Suppose that inventor John holds the current patent and prior art for:


Steve comes along and patents:


Then a manufacturer begins selling




Who is the manufacturer infringing upon, John or Steve?

Who holds the rights to sue the manufacturer for profits, John or Steve?

  • This is some kind of hypothetical scenario, right? Steve patenting A+B when A+B+C is prior art should not occur if that prior art turns up during the examination. Sep 8, 2022 at 19:13

2 Answers 2


One product can easily infringe more than one patent. Settling with or licensing one patent is irrelevant to the second infringement case from an unrelated patent owner.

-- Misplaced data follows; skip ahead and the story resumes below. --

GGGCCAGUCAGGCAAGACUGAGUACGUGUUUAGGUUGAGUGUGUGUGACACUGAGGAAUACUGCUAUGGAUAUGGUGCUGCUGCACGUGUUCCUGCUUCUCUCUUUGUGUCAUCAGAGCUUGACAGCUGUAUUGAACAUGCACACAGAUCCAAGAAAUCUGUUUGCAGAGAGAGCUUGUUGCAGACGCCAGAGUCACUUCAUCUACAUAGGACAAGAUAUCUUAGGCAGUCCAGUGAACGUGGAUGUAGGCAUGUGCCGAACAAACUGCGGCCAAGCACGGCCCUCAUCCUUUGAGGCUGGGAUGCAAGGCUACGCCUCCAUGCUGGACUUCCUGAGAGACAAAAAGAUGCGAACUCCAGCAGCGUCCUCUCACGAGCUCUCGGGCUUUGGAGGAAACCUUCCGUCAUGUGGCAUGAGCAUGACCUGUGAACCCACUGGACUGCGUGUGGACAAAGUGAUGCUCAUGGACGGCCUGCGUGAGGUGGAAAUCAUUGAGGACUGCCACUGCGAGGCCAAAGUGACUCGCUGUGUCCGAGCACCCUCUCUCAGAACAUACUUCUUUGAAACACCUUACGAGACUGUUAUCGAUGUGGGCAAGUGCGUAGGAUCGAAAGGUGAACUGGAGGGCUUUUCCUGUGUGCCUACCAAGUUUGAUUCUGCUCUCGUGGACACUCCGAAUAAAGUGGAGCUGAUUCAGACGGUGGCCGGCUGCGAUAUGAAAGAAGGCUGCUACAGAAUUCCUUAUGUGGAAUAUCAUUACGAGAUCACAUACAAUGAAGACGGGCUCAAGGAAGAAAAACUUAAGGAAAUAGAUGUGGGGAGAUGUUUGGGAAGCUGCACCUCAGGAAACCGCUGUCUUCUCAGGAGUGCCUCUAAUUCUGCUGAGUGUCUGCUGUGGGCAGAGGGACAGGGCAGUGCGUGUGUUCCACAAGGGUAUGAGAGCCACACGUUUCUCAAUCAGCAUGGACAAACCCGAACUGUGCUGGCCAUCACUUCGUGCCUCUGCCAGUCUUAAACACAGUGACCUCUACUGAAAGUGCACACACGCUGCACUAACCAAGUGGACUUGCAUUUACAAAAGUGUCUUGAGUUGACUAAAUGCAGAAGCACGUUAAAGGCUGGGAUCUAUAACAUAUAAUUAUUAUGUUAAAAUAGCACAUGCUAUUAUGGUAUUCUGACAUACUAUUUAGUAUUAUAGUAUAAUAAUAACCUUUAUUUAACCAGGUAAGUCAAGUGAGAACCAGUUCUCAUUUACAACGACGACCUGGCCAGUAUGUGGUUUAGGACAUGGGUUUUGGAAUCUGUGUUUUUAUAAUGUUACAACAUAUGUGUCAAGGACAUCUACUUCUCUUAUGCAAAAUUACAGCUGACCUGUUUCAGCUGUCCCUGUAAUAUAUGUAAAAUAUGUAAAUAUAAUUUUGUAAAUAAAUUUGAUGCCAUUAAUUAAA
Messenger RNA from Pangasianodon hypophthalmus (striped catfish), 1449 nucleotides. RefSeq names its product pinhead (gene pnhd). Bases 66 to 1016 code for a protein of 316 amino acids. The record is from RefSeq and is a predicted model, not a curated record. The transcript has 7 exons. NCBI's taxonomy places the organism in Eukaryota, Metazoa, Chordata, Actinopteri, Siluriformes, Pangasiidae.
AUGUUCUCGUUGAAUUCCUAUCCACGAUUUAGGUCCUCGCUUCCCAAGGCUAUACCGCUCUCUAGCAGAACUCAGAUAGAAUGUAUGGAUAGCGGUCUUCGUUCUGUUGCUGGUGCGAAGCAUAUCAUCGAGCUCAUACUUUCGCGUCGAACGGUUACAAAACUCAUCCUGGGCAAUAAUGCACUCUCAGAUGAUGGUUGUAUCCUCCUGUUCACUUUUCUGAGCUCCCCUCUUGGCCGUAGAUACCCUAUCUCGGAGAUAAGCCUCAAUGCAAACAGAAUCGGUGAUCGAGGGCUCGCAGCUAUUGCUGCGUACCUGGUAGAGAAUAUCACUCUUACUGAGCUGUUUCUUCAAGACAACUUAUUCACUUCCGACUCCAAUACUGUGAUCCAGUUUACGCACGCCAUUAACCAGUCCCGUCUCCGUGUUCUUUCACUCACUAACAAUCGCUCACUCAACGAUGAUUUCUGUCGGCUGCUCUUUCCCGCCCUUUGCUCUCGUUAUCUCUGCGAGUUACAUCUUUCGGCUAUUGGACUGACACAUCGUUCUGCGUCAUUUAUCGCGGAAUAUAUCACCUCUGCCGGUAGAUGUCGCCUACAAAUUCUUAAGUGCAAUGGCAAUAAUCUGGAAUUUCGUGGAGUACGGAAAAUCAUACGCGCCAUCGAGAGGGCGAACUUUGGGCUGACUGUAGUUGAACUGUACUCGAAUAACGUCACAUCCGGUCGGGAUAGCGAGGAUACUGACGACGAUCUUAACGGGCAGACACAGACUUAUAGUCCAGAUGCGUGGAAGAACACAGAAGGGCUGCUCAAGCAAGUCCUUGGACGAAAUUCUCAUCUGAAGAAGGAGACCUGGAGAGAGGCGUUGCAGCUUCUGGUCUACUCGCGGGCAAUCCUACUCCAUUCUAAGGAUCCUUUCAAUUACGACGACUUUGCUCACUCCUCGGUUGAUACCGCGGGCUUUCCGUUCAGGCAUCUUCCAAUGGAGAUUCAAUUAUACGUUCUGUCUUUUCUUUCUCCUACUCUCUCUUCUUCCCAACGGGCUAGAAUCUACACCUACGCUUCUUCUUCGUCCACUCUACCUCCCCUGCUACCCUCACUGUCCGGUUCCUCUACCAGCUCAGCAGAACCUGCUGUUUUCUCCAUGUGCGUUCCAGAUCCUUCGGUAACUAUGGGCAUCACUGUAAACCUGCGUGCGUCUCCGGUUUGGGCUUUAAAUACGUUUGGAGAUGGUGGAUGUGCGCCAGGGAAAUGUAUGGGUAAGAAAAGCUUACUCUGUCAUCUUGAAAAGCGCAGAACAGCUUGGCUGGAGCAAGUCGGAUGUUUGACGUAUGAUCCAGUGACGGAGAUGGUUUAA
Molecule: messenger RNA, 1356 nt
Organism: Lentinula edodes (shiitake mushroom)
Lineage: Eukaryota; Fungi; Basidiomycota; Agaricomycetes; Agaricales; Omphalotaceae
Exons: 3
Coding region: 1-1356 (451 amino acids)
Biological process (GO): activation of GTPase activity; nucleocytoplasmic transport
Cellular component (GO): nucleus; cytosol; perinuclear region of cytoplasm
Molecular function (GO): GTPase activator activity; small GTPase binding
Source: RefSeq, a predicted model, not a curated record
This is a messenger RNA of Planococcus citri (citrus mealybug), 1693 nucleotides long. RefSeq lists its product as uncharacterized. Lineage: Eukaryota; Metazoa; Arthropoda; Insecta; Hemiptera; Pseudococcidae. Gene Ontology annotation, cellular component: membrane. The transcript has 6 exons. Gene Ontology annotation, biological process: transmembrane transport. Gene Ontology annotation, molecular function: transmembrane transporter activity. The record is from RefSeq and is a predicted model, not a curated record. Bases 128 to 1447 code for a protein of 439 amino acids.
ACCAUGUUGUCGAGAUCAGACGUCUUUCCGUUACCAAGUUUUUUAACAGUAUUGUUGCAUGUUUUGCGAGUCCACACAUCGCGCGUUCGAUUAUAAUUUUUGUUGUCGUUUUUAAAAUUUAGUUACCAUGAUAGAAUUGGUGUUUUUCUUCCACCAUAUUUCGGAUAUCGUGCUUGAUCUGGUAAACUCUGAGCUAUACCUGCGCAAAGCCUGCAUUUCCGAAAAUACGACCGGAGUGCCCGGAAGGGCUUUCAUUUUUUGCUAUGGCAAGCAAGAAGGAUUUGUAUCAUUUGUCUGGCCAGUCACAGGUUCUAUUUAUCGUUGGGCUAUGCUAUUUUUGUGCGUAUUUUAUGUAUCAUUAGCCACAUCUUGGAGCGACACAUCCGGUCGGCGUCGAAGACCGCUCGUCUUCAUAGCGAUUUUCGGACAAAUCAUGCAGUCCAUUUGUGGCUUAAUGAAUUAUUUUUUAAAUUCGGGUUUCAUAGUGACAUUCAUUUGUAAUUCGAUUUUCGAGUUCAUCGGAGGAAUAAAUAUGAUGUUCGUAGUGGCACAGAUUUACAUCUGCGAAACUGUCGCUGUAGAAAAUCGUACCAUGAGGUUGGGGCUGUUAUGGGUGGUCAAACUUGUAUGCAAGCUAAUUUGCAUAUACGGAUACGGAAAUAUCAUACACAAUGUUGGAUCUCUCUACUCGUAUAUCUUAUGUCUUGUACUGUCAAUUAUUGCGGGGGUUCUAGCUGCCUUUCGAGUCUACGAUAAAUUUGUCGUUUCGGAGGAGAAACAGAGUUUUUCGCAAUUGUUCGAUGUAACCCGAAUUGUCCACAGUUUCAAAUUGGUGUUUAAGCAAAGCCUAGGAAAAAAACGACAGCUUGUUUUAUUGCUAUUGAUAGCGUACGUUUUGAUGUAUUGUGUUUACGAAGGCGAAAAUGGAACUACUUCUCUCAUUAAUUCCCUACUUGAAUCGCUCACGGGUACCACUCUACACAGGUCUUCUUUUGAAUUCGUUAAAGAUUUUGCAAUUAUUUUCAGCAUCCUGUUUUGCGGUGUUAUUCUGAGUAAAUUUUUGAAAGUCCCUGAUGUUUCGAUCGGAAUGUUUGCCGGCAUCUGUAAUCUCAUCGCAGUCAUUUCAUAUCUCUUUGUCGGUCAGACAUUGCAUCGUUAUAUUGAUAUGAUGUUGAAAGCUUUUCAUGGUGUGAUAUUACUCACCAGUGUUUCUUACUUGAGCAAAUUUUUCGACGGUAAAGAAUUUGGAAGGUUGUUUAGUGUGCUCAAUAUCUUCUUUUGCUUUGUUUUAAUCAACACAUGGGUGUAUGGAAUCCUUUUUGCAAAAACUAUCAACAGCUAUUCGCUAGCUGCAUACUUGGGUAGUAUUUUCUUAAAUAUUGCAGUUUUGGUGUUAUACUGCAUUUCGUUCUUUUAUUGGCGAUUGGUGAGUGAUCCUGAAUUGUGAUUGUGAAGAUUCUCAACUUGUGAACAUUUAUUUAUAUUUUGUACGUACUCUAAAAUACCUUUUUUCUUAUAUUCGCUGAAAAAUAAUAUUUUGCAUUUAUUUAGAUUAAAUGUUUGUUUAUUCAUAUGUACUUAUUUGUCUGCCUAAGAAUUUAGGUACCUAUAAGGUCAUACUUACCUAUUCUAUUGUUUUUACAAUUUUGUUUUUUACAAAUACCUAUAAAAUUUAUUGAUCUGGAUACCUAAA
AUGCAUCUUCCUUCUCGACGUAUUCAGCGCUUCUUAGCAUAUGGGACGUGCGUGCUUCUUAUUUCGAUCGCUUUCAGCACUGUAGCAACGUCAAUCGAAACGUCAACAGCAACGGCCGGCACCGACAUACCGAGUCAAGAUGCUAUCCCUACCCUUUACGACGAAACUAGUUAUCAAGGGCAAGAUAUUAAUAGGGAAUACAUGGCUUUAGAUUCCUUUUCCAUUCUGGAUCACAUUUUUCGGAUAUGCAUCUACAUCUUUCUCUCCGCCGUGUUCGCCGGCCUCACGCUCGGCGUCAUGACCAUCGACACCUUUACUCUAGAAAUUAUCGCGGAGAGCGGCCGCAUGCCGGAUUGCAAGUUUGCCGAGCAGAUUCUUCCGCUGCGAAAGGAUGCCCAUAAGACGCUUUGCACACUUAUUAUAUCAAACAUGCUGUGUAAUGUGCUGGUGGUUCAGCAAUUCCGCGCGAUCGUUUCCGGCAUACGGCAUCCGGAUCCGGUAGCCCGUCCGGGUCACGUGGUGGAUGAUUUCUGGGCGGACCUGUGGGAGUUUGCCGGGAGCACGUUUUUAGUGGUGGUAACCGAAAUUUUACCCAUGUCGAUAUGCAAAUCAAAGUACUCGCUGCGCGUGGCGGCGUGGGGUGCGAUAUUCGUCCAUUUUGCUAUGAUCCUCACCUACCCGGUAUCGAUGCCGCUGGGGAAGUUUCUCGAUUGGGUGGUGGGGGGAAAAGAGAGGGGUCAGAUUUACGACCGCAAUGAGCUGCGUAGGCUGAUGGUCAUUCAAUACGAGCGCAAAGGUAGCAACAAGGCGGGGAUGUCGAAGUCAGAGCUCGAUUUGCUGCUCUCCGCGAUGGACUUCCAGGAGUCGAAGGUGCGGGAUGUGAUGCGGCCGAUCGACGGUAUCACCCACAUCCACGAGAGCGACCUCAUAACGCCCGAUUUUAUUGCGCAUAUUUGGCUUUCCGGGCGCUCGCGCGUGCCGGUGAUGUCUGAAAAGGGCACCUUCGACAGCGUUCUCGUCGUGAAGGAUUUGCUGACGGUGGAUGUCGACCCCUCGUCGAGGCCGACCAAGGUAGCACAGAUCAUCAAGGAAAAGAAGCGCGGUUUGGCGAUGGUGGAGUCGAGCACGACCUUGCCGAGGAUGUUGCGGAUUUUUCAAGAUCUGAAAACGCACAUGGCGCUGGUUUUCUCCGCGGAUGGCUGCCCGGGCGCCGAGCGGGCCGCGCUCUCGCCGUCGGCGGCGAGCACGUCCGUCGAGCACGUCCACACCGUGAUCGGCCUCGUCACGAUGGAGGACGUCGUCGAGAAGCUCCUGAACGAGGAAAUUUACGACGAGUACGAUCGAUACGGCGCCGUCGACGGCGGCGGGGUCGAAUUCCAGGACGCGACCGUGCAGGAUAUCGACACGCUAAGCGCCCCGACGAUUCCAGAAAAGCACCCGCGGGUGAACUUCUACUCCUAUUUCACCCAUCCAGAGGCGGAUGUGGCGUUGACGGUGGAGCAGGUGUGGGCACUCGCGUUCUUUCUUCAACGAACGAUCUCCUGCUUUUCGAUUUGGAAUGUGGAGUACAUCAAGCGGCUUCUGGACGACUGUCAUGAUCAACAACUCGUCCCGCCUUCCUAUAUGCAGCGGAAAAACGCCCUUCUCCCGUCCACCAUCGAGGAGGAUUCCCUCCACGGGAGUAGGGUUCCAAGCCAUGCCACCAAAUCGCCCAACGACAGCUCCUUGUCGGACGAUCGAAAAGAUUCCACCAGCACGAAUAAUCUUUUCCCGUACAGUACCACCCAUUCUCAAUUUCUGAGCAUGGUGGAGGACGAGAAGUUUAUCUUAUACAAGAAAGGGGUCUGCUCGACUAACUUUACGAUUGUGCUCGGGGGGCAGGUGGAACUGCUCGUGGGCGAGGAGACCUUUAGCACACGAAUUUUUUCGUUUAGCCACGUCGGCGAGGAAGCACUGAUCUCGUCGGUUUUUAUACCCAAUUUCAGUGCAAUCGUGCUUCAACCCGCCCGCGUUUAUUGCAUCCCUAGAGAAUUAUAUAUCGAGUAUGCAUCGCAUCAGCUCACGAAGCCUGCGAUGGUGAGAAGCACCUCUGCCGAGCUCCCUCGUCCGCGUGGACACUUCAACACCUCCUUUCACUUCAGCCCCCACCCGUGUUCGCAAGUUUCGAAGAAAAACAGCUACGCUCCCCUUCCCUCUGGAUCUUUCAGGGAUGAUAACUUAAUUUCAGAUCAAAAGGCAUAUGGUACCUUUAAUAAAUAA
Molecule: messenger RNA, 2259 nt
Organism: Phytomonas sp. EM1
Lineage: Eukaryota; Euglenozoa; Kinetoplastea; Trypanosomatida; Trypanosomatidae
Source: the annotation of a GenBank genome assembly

If one of the patents should not have been granted a strategy could be to license one while constant the validity of the other.

  • “Constant the validity”, should be “contest the validity”.
    – Eric S
    Sep 9, 2022 at 15:41

My guess, and I am not a lawyer, it that both John and Steve can sue the manufacturer for selling A+B+C or A+B+C+D+etc. An interesting question is whether Steve has any rights to sue if the manufacturer takes a license from John. I would guess not, but again I'm not a lawyer. It might be best to wait for a lawyer to answer.

  • 2
    In my view, the manufacturer requires the license from both John and Steve. Having the license from John is like John directly selling A+B+C. Without John having a license from Steve, and licensing both A+B+C and A+B, the manufacturer will have issues with one of the two. Sep 8, 2022 at 19:15
  • @theEuropeist I’d very much encourage you to answer.
    – Eric S
    Sep 8, 2022 at 22:11
  • It was not part of the question. Sep 12, 2022 at 12:41

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